The characters and some of their relationships weren't for me but I can't deny how well it all played into making a great mystery. I look forward to what this author publishes next.

review copy received, via NetGalley, from publisher

Friday, August 4, 2017

Book Trailer Friday [@colleenhouck @DelacortePress]

Reunited (Reawakened #3) by Colleen Houck will be out on August 08th, here is the trailer:

about Reunited:

After surviving her otherworldly adventure, Lily wakes up on her nana’s farm having forgotten everything. Her sun prince, her travels to Egypt, and her journey to the Afterlife are all distant memories.

But Lily is not the girl she once was. Her body is now part human, part lion, and part fairy. And if that isn’t bad enough, she must now harness this power of three and become Wasret: a goddess destined to defeat the evil god Seth once and for all.

With the help of her old friend Dr. Hassan, Lily departs on her final voyage through the cosmos and across the plains of Egypt. On the journey, she will transform into the being she is destined to become.

Reunited is the heart-pounding conclusion to the Reawakened series.

It is time for Lily to find her sunset.

Reawakened Book Three // Delacorte Press // August 08, 2017 // Goodreads //  Book Depository // Amazon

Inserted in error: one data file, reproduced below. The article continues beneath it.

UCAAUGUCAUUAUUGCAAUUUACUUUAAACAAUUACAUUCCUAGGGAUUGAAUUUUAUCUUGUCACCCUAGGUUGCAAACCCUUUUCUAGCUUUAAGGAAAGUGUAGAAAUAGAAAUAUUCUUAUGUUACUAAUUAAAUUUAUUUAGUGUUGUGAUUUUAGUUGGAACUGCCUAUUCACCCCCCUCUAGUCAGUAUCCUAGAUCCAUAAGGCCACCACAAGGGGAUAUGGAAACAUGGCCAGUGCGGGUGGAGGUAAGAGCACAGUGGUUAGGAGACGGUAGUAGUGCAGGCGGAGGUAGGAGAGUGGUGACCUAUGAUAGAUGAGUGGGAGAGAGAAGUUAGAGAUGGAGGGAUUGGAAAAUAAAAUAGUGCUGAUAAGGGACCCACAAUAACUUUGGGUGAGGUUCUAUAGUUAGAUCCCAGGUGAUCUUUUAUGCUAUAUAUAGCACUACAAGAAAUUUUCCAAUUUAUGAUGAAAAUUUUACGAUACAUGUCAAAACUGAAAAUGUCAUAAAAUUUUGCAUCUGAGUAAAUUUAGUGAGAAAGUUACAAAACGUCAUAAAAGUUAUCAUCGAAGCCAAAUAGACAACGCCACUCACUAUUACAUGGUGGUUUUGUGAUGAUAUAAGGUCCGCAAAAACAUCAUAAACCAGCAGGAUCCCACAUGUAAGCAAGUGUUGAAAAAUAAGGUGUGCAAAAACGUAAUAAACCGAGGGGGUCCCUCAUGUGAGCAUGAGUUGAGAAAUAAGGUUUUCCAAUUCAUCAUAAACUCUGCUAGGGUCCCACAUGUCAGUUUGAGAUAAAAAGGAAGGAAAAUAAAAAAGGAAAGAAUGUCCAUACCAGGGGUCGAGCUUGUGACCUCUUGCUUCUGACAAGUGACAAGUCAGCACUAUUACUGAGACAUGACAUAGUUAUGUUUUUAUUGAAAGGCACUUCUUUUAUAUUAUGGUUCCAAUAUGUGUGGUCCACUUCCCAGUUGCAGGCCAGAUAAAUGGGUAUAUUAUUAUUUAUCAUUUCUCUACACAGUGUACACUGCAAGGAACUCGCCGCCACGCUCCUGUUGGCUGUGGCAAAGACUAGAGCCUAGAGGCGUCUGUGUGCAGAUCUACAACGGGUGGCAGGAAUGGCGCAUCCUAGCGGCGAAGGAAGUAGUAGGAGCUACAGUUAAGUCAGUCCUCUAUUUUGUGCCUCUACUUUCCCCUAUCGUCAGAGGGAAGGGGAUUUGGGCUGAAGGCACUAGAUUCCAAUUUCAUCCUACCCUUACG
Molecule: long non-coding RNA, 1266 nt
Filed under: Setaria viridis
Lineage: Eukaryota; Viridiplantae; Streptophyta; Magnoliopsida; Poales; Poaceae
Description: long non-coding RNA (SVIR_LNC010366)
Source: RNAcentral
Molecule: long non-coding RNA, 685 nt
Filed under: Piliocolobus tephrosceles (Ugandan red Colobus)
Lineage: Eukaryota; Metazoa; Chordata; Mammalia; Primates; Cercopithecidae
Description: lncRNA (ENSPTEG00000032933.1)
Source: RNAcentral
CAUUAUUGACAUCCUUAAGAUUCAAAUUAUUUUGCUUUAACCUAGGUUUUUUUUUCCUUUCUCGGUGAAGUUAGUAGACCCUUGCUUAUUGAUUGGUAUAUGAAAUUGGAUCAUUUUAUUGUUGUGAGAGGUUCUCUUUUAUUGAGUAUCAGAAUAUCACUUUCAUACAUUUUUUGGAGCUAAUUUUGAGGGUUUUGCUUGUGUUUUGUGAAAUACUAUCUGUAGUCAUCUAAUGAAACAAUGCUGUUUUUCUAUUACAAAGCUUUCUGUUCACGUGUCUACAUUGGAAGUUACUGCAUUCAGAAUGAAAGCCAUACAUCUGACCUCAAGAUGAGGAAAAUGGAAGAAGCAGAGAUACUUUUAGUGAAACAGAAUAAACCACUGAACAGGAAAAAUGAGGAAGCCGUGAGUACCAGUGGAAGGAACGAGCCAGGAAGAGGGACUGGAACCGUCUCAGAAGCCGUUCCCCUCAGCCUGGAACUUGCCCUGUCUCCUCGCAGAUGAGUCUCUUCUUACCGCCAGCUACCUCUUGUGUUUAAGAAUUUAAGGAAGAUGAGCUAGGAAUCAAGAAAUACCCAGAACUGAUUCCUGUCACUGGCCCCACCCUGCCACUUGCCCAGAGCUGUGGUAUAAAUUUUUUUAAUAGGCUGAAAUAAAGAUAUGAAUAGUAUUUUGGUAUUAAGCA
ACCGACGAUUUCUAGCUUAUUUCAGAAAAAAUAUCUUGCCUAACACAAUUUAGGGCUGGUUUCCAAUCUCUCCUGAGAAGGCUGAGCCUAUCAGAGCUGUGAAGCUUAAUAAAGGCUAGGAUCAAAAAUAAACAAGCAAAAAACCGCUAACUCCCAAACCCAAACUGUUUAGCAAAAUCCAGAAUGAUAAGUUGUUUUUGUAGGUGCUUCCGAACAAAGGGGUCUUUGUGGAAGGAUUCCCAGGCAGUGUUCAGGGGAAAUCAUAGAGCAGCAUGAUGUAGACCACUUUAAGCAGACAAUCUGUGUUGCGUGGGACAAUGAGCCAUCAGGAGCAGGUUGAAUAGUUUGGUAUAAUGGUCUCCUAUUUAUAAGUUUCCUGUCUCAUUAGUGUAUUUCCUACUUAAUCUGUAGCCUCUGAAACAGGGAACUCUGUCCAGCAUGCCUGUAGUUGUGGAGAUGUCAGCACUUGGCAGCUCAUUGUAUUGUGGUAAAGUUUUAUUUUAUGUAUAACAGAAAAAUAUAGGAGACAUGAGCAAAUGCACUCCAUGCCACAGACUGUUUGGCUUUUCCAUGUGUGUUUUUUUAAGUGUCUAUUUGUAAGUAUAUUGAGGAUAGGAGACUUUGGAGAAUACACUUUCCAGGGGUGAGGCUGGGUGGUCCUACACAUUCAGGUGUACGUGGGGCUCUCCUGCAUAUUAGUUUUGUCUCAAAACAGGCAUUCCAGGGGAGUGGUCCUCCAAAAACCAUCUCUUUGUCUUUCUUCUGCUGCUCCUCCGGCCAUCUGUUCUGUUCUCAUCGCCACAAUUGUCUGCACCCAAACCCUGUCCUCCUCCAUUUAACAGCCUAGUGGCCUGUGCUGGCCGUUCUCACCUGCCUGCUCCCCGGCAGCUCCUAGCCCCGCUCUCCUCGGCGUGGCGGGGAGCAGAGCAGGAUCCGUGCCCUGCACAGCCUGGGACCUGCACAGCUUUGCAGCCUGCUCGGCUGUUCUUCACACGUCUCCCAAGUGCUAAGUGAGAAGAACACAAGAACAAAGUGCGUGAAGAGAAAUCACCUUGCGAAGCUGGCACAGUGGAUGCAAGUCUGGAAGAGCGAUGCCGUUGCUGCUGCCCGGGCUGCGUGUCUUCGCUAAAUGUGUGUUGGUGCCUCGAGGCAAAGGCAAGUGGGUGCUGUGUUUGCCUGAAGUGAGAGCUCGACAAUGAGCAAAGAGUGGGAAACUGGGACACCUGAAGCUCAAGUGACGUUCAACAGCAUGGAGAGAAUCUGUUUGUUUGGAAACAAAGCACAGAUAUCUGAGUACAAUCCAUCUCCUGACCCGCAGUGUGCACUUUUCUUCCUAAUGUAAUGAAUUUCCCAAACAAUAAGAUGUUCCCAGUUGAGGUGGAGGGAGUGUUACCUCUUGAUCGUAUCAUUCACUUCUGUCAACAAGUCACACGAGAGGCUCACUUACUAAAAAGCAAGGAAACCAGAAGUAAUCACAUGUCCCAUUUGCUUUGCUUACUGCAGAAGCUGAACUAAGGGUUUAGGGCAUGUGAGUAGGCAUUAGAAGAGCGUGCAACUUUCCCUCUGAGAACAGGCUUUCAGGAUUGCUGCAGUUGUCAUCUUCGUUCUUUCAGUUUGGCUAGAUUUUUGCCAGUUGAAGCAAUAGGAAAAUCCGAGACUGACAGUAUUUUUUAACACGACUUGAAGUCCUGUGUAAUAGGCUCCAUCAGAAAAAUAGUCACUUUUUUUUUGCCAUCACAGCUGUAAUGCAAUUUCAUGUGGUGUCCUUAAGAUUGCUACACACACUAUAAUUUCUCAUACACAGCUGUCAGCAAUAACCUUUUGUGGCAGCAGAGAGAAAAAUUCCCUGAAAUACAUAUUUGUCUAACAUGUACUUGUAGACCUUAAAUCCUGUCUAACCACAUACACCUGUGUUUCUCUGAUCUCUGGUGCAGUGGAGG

Thursday, August 3, 2017

Shadow Girl ~ Gerry Schmitt (earc) review [@BerkleyPub]

Shadow Girl (An Afton Tangler Thriller #2)
Berkley Books
August 01, 2017
336 pages
add to Goodreads/buy from Book Depository/or Amazon

The brutal murder of a business tycoon leaves Afton Tangler and the Twin Cities reeling, but that s just the beginning of a gruesome crime spree...

Leland Odin made his fortune launching a home shopping network, but his millions can t save his life. On the list for a transplant, the ailing businessman sees all hope lost when the helicopter carrying his donor heart is shot out of the sky.
Now with two pilots dead and dozens injured, Afton Tangler, family liaison officer for the Minneapolis Police Department, is drawn into the case.

As she and her partner investigate family members and business associates, whoever wants Leland dead strikes again and succeeds in a brazen hospital room attack.